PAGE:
By Matthew Kandrach
September 7, 2018 at 5:00 am ET
The first commercial airliner flew from Tampa to St. Petersburg in 1914, marking the beginning of the modern-day airline industry. Today, more than 2.5 million passengers each day at U.S. airports rely on air travel to attend business meetings, enjoy a family vacation, or join friends and family for weddings and graduations. With airfare near historical lows compared to twenty years ago, there’s never been a better time to travel.
Today, air travelers are benefiting from an improved and flexible ticket pricing system. No longer do consumers have a one-size-fits-all choice because fares are unbundled, allowing passengers to tailor the departure time, route, and upgrades. This flexibility is paramount when it comes to making consumers satisfied and well-served.
Yet, Sen. Ed Markey (D-Mass.) is proposing legislation he calls the FAIR Fees Act, which is currently a provision included in the Federal Aviation Administration reauthorization bill being debated in the Senate. However, Sen. Markey’s approach, which panders to consumers’ frustrations with air travel, isn’t fair nor would it reduce fees.
The FAIR Fees — or price controls — approach comes with many unintended consequences. For instance, change fees as we know them today would go away, ultimately diminishing flexibility and affordability. With the elimination of change fees under FAIR Fees, two things would likely happen. First, it could cause fares to become nonrefundable, restricting passengers from making changes. Second, it could also raise the cost of airline tickets entirely, because airlines would need to account up front for the potential costs incurred if a passenger wanted to make a last-minute change.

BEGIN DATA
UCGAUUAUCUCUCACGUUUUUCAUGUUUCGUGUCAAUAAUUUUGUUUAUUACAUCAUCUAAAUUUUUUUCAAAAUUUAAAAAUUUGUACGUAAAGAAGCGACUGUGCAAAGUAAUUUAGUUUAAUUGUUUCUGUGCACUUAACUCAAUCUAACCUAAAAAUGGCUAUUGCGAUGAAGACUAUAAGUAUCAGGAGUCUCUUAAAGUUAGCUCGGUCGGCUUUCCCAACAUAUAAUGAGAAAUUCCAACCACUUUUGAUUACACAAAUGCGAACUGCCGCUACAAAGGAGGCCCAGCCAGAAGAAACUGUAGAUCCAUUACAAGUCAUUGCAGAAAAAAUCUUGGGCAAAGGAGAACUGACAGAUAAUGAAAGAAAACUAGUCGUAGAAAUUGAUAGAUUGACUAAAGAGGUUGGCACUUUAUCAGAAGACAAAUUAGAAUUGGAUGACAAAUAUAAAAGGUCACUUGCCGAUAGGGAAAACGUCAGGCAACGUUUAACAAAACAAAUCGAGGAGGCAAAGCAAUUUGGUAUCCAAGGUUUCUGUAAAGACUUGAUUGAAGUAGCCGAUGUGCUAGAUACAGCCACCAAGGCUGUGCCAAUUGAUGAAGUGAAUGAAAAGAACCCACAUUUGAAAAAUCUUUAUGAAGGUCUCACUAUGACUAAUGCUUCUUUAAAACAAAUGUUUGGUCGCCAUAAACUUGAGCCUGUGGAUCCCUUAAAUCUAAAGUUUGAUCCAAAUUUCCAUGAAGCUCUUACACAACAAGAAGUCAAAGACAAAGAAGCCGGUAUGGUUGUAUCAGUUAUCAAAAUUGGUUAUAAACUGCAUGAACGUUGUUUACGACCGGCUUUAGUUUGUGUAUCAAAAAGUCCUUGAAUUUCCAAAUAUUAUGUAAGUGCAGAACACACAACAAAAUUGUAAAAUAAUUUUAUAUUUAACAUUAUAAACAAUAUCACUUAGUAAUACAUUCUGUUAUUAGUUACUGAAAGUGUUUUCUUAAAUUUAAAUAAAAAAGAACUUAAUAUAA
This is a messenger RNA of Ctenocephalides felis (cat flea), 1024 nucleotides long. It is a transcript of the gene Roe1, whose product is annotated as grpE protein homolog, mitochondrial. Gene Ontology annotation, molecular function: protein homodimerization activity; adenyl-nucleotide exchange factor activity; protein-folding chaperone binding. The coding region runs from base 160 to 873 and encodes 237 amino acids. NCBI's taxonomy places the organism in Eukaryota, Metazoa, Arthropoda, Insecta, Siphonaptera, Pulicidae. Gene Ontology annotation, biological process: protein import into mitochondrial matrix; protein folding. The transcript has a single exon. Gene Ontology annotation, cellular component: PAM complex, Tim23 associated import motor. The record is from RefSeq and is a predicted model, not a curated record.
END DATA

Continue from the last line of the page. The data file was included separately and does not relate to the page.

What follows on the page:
For most consumers, this would be frustrating at best, especially if you consider cost remains very important to three-quarters of air travelers. Prices would increase for the college student trying to take an earlier flight home after finishing exams. They’d go up for the family saving for a Disney World vacation. Costs would even increase for the business traveler who makes a regular trip from Chicago to visit customers in Des Moines.
And if fewer people decide to fly because of these changes, there could be other consequences: the elimination of flights or routes entirely. If airlines can’t consistently fill seats, especially to mid-sized or small airports, there may not be value to keep those routes going. This would hurt communities who rely on their local airport to support businesses, local jobs, and avoid the long travel time to the nearest airport.
Of course, it’s hard to know what other unintended consequences we may face. No matter what, though, the consumer will come out on the losing end, which should make FAIR Fees a non-starter in any bill.
We can — and should — do better than this. As the Senate debates the FAA reauthorization bill in the coming weeks, they must strike the FAIR Fees provision and stop this poorly thought-out idea from becoming law. Congress should promote consumer choice and protect the already existing flexibility in airline travel. In today’s ever-changing world, air travelers deserve the ability to choose the flights that work for them, not have the government make choices on their behalf.
Matthew Kandrach is president of Consumer Action for a Strong Economy, a free-market oriented consumer advocacy organization.
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